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Dishonesty in Science

Scientific Integrity in Policymaking: An Investigation into the Bush Administration’s Misuse of Science

a report by the Union of Concerned Scientists
February 2004, 42 pp.

1.

The founders of the American state understood that the proper functioning of a democracy required an educated electorate. It is this understanding that justifies a system of public education and that led slaveholders to resist the spread of literacy among their chattels. But the meaning of “educated” has changed beyond recognition in two hundred years. Reading, writing, and arithmetic are no longer sufficient to decide on public policy. Now we need quantum mechanics and molecular biology. The knowledge required for political rationality, once available to the masses, is now in the possession of a specially educated elite, a situation that creates a series of tensions and contradictions in the operation of representative democracy.

The problem of the role of elite knowledge in a democracy is an old one. A version of a story in the Babylonian Talmud tells of four rabbis walking in a field, engaged in a dispute over whether an oven of a particular design can be purified. Three hold one opinion, while the fourth has the opposite view. The lone holdout appeals to God, asking that He send first thunder, then lightning, and then that the lightning strike a lone tree in the field. Although each request is granted, the others are not convinced. After all, thunder and lightning are usual natural phenomena and in a lightning storm what is more natural than that a tree standing in the middle of a field should be struck? In desperation the dissenter calls on God to speak directly to them. Sure enough, a voice from above is heard proclaiming “IT IS AS HE SAYS.” “So,” asks the dissenter, “what do you three have to say now?” “All right,” they answer, “that makes it three to two.”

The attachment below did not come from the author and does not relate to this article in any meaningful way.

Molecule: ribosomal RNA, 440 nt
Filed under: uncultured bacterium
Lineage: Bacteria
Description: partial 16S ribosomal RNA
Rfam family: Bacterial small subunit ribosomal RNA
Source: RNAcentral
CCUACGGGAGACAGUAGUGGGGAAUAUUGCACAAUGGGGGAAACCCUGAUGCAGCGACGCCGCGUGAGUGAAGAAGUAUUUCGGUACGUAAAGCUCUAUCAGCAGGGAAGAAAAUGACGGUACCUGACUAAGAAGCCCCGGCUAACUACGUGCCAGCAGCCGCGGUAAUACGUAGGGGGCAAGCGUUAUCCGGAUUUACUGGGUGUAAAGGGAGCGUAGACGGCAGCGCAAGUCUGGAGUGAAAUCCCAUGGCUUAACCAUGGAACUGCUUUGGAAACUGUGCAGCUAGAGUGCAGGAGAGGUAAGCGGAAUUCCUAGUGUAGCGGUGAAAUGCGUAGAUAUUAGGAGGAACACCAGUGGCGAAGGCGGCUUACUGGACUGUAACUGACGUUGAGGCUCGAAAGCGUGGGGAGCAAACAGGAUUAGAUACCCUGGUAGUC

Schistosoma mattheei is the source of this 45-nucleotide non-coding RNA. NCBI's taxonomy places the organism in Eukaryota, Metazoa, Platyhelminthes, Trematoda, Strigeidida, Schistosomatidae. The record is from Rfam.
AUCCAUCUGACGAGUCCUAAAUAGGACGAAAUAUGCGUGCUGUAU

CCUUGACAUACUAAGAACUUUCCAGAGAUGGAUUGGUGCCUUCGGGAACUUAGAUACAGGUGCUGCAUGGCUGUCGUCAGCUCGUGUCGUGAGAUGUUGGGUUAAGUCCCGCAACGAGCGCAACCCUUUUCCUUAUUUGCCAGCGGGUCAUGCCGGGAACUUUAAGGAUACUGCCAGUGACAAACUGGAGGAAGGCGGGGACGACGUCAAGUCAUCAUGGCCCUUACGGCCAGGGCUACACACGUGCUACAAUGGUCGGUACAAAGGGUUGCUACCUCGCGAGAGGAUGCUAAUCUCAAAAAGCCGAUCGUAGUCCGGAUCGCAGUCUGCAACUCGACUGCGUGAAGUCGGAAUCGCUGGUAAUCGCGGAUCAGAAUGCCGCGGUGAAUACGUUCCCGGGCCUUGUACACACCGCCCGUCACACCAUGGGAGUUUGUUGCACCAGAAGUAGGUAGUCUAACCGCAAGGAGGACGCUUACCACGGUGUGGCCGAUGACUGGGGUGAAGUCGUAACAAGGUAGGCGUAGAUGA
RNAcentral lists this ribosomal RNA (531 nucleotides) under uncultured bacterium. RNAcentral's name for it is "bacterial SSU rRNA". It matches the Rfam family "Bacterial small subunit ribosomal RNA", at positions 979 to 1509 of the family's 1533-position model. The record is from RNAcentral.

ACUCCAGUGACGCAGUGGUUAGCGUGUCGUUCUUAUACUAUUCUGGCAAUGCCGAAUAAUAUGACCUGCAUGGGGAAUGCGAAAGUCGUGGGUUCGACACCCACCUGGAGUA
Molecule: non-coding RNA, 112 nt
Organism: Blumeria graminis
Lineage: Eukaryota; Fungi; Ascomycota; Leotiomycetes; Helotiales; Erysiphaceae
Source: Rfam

Science has replaced Jehovah as the source of privileged knowledge, but the problems remain. How is the knowledge in the possession of the scientific elites to be factored into a process of decision in which considerations of economy, ideology, and political power also enter? Is elite knowledge to be given absolute priority? Why should we trust scientists, who, after all, have their own political and economic agendas? On the other hand how can we decide by vote when the voters and their representatives have no understanding of the facts of nature?

The American government, like others, has attempted to solve the problem by co-opting scientists into the apparatus of the state in three ways. Most directly it has built an executive apparatus including the president’s science adviser, the Office of Science and Technology, and regulatory bodies like the Environmental Protection Agency. Second, it has created quasi-governmental bodies made up of senior scientists, like the National Academy of Sciences and the National Research Council, that are obliged to provide expert scientific advice and evaluation on request from any government agency. Finally, after the Second World War, the state became the chief patron of science, currently committing about $35 billion annually directly to basic and applied research.

Because of fears that federal support of research would result in political interference with the research process, the pattern established by Congress for the funding of research gave the representatives of the scientific community itself the day-to-day power to decide what research is to be done. Even in funding from the Department of Defense and the Department of Energy (formerly the Atomic Energy Commission), decisions about grants are made by a peer review system in which the reviewers and agency administrators are drawn from the research community and share in its general culture.

As a consequence, instead of producing a mass of grateful recipients of state patronage, public research support has created a large and prospering community of independent investigators—most of them affiliated with universities—with immense public prestige and with effective control over the distribution of funds for research. It is no surprise that attempts by various administrations to make science serve political and economic policy have been met by public opposition from prestigious scientists speaking in the name of disinterested objectivity. The most recent example is the report issued in February 2004 by the Union of Concerned Scientists, whose signers include twenty Nobel Prize winners and, ironically, nineteen recipients of the American government’s version of a knighthood, the National Medal of Science.